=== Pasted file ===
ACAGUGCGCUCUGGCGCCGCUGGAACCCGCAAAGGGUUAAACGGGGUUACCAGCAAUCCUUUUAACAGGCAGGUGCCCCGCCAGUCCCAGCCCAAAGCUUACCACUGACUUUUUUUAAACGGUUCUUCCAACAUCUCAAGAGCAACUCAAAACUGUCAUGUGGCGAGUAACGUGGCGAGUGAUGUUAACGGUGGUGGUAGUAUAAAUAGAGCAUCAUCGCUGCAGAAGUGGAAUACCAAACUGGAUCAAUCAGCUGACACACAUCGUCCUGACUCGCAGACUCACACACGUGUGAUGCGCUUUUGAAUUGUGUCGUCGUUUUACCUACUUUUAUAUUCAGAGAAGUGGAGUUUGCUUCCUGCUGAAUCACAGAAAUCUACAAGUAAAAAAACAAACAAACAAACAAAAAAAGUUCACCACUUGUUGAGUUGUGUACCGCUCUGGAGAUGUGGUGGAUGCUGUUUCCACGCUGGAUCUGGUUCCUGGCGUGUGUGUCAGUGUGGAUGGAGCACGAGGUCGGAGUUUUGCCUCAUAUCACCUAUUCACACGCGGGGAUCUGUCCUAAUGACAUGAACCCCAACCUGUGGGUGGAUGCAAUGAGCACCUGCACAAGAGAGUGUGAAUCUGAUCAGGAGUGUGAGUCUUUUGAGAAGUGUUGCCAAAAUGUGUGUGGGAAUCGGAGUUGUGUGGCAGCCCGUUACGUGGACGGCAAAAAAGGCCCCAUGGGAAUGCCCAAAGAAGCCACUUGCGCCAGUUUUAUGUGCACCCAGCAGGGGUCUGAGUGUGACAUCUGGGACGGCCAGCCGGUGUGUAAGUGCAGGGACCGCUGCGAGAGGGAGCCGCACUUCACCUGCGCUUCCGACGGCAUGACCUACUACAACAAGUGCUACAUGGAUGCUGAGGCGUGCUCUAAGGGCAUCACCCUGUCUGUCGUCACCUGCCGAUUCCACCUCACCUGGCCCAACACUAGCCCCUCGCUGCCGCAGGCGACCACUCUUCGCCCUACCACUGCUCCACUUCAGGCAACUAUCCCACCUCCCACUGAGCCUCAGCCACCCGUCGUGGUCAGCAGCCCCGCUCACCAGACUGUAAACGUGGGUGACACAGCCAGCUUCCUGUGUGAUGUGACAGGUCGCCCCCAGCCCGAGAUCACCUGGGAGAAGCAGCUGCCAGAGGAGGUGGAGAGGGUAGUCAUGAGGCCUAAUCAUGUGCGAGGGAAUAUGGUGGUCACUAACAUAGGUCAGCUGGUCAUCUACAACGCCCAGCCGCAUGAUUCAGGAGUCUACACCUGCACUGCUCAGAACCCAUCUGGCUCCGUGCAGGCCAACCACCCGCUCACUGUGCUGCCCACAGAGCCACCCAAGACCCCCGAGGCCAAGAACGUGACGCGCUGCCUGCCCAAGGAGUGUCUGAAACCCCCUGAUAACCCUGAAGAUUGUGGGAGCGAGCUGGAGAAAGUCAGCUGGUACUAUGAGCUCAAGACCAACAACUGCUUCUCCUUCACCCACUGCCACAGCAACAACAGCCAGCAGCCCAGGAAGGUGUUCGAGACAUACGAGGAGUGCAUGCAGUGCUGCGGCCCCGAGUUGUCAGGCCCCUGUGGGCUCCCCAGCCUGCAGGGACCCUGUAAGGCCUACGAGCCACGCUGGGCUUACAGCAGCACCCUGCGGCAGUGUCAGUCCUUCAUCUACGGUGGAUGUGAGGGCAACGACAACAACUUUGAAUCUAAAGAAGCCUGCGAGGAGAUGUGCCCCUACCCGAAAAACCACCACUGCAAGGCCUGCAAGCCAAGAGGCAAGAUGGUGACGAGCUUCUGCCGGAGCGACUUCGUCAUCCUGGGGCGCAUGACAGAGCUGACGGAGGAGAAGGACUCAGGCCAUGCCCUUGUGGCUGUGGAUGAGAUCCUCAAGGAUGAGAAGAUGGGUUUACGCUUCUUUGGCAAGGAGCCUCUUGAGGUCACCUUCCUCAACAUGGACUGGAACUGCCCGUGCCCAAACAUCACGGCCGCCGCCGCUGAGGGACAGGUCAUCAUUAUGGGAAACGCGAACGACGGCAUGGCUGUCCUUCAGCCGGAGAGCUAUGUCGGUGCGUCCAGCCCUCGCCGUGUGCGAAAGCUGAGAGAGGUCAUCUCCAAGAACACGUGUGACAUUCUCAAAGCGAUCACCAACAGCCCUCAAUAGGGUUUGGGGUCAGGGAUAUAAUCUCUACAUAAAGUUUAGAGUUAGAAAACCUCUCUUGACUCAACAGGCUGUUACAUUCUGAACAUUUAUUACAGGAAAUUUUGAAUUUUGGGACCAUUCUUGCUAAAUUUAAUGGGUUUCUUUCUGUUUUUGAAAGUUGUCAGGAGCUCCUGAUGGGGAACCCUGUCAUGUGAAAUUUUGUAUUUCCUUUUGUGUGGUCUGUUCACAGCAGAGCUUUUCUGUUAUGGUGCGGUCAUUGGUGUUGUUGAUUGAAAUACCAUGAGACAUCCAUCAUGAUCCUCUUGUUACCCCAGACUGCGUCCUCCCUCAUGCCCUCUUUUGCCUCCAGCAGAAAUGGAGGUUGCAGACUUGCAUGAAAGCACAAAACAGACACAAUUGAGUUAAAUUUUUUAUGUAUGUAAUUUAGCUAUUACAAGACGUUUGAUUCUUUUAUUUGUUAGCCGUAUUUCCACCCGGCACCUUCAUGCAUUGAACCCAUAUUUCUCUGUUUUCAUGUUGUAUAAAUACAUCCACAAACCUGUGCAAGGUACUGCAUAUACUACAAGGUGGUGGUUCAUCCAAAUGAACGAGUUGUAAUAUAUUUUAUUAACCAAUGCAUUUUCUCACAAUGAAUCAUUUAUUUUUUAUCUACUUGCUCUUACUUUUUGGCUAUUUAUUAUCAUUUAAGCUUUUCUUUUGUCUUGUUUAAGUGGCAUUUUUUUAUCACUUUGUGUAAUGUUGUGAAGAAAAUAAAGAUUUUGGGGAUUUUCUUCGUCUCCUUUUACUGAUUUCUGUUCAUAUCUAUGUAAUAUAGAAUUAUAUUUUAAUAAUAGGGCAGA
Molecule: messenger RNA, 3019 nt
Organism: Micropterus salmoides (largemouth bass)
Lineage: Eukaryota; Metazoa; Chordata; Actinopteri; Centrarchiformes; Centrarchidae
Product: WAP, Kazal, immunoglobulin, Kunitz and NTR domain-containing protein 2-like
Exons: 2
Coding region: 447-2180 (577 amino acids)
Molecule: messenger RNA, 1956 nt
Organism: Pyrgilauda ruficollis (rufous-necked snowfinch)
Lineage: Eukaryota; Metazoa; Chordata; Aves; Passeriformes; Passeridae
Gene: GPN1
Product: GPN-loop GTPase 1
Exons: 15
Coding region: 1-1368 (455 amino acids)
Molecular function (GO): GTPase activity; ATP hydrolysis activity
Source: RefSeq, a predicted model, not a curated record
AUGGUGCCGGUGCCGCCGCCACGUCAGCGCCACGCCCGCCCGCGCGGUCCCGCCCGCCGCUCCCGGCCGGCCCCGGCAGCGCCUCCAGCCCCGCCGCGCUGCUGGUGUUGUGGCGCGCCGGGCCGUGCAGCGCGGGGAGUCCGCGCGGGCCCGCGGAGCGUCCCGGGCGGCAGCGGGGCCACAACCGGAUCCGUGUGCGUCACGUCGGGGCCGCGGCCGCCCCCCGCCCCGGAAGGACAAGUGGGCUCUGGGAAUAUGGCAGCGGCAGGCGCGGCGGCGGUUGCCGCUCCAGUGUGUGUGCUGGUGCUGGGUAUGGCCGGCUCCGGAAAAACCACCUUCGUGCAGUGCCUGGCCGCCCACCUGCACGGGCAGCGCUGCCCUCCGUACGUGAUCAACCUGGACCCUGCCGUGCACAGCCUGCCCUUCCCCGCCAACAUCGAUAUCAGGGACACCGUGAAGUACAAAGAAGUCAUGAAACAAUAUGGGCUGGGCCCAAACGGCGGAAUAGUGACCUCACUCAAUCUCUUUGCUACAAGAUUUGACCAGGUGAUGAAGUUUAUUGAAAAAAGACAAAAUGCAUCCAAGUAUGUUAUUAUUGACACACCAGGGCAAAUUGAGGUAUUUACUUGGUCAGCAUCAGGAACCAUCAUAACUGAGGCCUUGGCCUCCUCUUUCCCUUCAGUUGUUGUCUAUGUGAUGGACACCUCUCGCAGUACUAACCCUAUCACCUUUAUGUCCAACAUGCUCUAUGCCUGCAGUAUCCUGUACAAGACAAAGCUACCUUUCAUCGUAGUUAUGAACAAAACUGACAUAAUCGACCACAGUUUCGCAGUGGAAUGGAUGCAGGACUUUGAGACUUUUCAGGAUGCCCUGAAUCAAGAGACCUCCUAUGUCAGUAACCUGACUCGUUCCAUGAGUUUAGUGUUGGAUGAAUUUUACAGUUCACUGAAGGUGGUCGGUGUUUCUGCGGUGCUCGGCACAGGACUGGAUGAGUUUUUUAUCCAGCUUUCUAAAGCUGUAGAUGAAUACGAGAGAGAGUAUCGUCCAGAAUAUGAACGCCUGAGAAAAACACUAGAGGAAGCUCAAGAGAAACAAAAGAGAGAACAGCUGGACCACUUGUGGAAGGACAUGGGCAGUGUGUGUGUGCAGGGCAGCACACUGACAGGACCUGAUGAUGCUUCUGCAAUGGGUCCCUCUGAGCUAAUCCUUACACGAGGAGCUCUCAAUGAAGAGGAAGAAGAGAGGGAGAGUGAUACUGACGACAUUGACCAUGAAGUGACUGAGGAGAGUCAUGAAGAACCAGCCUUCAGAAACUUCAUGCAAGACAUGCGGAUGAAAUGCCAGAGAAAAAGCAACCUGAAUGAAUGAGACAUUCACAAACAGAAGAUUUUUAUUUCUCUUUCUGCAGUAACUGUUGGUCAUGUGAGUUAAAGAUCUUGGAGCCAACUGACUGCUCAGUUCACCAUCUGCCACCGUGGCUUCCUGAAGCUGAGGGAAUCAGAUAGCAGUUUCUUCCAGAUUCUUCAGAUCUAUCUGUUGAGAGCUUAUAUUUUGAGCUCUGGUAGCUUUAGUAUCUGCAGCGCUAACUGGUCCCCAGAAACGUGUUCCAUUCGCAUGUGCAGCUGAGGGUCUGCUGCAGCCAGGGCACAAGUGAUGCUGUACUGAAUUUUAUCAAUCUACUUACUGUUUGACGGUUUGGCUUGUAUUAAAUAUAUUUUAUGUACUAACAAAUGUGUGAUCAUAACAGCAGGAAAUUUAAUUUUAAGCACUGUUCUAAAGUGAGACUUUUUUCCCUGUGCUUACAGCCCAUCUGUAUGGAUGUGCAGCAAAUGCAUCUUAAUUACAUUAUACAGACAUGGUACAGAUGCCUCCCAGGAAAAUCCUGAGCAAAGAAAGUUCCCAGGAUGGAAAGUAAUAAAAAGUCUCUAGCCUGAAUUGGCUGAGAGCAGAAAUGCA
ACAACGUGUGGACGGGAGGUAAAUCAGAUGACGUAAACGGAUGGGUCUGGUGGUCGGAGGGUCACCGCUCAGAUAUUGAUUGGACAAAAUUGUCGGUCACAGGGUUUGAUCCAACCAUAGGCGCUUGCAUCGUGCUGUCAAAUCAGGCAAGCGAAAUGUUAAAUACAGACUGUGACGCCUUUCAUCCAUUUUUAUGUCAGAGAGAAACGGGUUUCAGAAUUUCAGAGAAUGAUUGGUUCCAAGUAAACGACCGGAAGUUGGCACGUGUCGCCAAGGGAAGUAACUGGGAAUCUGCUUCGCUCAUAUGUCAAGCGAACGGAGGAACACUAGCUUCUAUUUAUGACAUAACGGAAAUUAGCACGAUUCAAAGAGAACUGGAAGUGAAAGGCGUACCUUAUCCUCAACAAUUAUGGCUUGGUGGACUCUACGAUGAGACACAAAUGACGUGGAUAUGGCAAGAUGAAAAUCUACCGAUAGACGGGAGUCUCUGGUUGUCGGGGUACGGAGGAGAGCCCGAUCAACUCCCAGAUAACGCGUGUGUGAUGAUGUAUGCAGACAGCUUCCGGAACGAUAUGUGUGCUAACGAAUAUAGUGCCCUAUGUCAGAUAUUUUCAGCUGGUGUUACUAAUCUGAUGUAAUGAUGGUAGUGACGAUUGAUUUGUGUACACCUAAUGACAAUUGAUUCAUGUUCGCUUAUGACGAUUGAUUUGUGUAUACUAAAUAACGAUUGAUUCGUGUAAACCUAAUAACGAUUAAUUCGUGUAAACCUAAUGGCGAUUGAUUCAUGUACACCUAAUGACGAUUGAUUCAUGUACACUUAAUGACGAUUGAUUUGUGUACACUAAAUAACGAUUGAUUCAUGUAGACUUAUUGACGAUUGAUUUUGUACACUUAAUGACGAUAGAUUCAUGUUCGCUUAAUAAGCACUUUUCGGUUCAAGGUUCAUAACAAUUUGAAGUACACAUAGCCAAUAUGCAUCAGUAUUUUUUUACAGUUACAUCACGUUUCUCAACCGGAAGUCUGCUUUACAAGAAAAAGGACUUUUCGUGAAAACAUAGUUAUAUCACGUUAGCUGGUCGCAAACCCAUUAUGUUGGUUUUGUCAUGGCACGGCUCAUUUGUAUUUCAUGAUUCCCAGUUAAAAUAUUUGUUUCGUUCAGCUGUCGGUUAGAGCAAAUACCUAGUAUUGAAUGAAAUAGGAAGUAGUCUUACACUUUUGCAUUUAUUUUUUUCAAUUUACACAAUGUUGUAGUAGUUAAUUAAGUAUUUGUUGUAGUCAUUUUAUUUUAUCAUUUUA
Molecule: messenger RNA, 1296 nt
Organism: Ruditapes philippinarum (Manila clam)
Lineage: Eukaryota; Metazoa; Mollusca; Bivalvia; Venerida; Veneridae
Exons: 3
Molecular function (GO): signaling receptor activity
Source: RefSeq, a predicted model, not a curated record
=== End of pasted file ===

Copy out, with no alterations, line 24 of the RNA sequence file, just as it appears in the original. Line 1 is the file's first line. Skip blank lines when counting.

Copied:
Source: RefSeq, a predicted model, not a curated record